Popular sheet music
One of the functions of a Rare Book collection is to help us understand the past. Through collections of popular sheet music we can hear the sounds of our ancestor's lives. These were the songs and tunes to which they danced and listened in theatres and music-halls, around the piano or pianola in their parlours, and from their gramophones and wireless sets. The Monash University Library Rare Books Collection includes about 10,000 pieces of music mainly from the Victorian era to the 1970s, mostly in the form of popular song lyrics with piano accompaniment. Until the early 1960s this type of sheet music was a major part of the retail music business. Typically people played these pieces on their pianos. From the 1960s onwards popular song and piano sheets went into decline along with home pianos and the music was mainly bought by people for professional use.
The pieces on display are among the items individually entered in the Monash Library catalogue. The remainder of our sheet music collection, which also includes solo instrumental and orchestral music, is filed alphabetically by title. An online inventory has been prepared for these by Stephen Herrin and Barbara Taylor.
The exhibition can be seen from 22 June - 5 September 2011 at the Rare Books Exhibition space, Level 1, ISB wing, Sir Louis Matheson Library, Clayton campus, Monash University.
Dr John Whiteoak
Popular music generally refers to the mass-market pop and rock of the 1950s to the present-day. This exhibition, however, brings together a wide selection of sheet music held in the Monash Rare Books collection and illustrates 'popular music' as the songs enjoyed by ordinary people. Before recordings and radio conveyed the latest popular tunes, sheet music was the means of mass marketing the latest musical vogues and hits: Charles K. Harris's 1892 song, After the Ball, reportedly sold 5 million copies. Sheet music, and illustrated sheet music in particular, preserves an evocative record of our musical, cultural and social past – as interpreted by the composers, arrangers, illustrators, printers and marketers of America's 'Tin Pan Alley' and its equivalents elsewhere. It is also a repository of personal memories, especially – in the words of the song, "Stardust" – 'the memory of love's refrain.'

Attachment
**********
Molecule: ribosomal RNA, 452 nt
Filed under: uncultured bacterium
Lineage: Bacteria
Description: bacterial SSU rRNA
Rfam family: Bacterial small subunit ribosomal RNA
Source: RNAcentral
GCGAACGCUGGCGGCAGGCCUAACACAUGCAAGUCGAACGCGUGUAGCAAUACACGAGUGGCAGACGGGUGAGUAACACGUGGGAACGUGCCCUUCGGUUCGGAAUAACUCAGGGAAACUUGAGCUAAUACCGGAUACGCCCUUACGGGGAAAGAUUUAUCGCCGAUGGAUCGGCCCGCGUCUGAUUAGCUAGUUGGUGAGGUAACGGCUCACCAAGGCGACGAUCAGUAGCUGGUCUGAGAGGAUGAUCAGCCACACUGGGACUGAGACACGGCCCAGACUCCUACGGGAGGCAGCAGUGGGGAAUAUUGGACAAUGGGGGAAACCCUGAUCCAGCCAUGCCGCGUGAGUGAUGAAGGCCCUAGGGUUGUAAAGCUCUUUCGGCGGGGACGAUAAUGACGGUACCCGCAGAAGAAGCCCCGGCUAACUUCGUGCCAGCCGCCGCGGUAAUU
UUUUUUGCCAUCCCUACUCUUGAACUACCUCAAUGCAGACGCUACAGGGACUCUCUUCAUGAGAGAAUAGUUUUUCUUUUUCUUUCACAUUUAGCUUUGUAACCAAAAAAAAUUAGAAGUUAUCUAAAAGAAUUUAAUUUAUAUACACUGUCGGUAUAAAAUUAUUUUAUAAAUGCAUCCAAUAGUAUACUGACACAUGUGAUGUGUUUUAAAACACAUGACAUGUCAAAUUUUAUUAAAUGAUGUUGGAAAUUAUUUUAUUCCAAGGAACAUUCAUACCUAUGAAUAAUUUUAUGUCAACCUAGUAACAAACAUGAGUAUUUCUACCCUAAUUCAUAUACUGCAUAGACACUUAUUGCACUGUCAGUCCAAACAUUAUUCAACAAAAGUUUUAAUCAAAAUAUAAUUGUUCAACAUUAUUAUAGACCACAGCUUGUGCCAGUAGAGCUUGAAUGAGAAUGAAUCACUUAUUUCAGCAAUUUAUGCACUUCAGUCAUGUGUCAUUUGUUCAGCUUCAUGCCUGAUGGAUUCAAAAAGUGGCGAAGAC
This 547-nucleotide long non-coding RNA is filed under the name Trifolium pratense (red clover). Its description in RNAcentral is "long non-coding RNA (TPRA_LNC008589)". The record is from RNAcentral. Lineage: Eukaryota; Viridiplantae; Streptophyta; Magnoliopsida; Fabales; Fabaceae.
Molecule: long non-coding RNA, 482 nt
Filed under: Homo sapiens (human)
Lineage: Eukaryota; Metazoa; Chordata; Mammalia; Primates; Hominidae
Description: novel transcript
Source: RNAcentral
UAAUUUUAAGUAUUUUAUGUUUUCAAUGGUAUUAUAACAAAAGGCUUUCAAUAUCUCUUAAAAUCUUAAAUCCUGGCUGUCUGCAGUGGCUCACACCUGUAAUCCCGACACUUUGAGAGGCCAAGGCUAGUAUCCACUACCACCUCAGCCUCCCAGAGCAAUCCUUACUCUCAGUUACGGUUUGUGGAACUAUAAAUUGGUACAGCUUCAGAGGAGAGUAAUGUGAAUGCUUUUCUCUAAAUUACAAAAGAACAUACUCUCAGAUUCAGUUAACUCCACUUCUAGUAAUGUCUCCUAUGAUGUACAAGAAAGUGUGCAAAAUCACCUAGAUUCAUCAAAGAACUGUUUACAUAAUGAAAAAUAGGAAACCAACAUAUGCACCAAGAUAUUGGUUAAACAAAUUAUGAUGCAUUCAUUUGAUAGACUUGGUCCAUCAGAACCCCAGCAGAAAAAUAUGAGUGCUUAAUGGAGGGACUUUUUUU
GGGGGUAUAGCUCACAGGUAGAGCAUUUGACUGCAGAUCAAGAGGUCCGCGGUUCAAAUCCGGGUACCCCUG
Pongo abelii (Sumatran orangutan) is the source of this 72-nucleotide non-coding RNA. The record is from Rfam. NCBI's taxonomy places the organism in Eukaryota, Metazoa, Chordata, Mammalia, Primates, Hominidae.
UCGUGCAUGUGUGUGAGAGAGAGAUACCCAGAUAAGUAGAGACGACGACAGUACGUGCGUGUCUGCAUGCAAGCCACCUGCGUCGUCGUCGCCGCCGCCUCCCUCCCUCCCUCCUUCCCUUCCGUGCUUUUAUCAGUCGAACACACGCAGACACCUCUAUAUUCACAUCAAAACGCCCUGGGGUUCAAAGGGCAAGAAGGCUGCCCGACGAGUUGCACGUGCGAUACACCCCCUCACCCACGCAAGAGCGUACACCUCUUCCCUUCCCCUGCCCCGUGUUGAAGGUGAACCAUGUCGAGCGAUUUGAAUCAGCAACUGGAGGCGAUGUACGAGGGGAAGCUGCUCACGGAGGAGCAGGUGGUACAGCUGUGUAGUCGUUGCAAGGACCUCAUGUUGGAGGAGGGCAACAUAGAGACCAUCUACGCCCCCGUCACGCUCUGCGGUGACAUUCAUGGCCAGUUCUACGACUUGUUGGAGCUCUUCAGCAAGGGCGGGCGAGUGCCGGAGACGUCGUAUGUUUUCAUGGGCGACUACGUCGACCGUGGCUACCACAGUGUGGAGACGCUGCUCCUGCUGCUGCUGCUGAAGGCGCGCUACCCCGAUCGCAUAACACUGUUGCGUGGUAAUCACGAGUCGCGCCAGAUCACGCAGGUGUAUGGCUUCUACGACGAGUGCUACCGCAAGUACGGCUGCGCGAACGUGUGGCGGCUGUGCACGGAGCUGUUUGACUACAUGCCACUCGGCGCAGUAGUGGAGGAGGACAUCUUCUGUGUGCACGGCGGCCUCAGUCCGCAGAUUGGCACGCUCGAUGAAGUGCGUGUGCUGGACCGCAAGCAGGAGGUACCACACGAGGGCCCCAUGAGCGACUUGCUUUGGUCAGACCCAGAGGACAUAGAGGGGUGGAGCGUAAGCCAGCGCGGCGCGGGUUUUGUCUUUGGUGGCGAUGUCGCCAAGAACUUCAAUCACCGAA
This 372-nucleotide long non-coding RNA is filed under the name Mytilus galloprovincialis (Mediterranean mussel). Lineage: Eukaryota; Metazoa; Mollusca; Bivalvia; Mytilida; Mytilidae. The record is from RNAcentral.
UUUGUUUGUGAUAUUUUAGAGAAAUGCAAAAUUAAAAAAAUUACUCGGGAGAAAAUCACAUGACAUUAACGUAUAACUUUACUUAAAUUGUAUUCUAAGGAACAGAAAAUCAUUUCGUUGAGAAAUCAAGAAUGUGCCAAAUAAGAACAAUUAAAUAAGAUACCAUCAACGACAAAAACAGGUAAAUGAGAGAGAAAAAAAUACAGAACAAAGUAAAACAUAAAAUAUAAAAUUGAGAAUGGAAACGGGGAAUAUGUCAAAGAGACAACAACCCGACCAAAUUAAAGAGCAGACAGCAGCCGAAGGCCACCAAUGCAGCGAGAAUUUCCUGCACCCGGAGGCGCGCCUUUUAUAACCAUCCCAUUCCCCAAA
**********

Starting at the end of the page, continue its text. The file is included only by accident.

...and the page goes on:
The striking and colourful cover illustrations on sheet music were designed to convey the theme of the music in evocative ways that would arrest the eye of prospective purchasers. Illustrated covers could also be used to promote artists and theatre productions or for propaganda purposes, as in war-time sheet music. The musical notation of songs and their piano parts was generally simplified for the amateur market, but all professional pianists knew how to fill-out and embellish the published sheets. Amateurs were often very disappointed to find that the music, as presented, sounded nothing like the professional version or as it had been played by the accomplished music house 'play-over-girl' employed to demonstrate new pieces for customers. Sheets were also purchased by people who could not read notation; they wanted the lyrics, the tonic sol-fa syllables, or the chord tablature for stringed-instrument accompaniment.
From the 1930s, Hollywood musicals began to dominate popular entertainment and illustrated covers became less striking. The main selling feature was often a photograph of a Hollywood artist like Bing Crosby and Frank Sinatra rather than elaborate artwork. From the mid-1950s, when popular music was increasingly learned from recordings and home pianos were traded for radiograms, the sale of sheet music declined.
A good metaphor for this exhibition is the home piano-stool, which often contains a treasure trove of sheet music: loved, played and sung by many generations of a family. Similarly, the vast collection of sheet music in Rare Books provides rich opportunities for researchers to explore the popular culture of previous eras.
Dr Whiteoak is an Adjunct Senior Research Fellow, School of Music-Conservatorium, Monash University.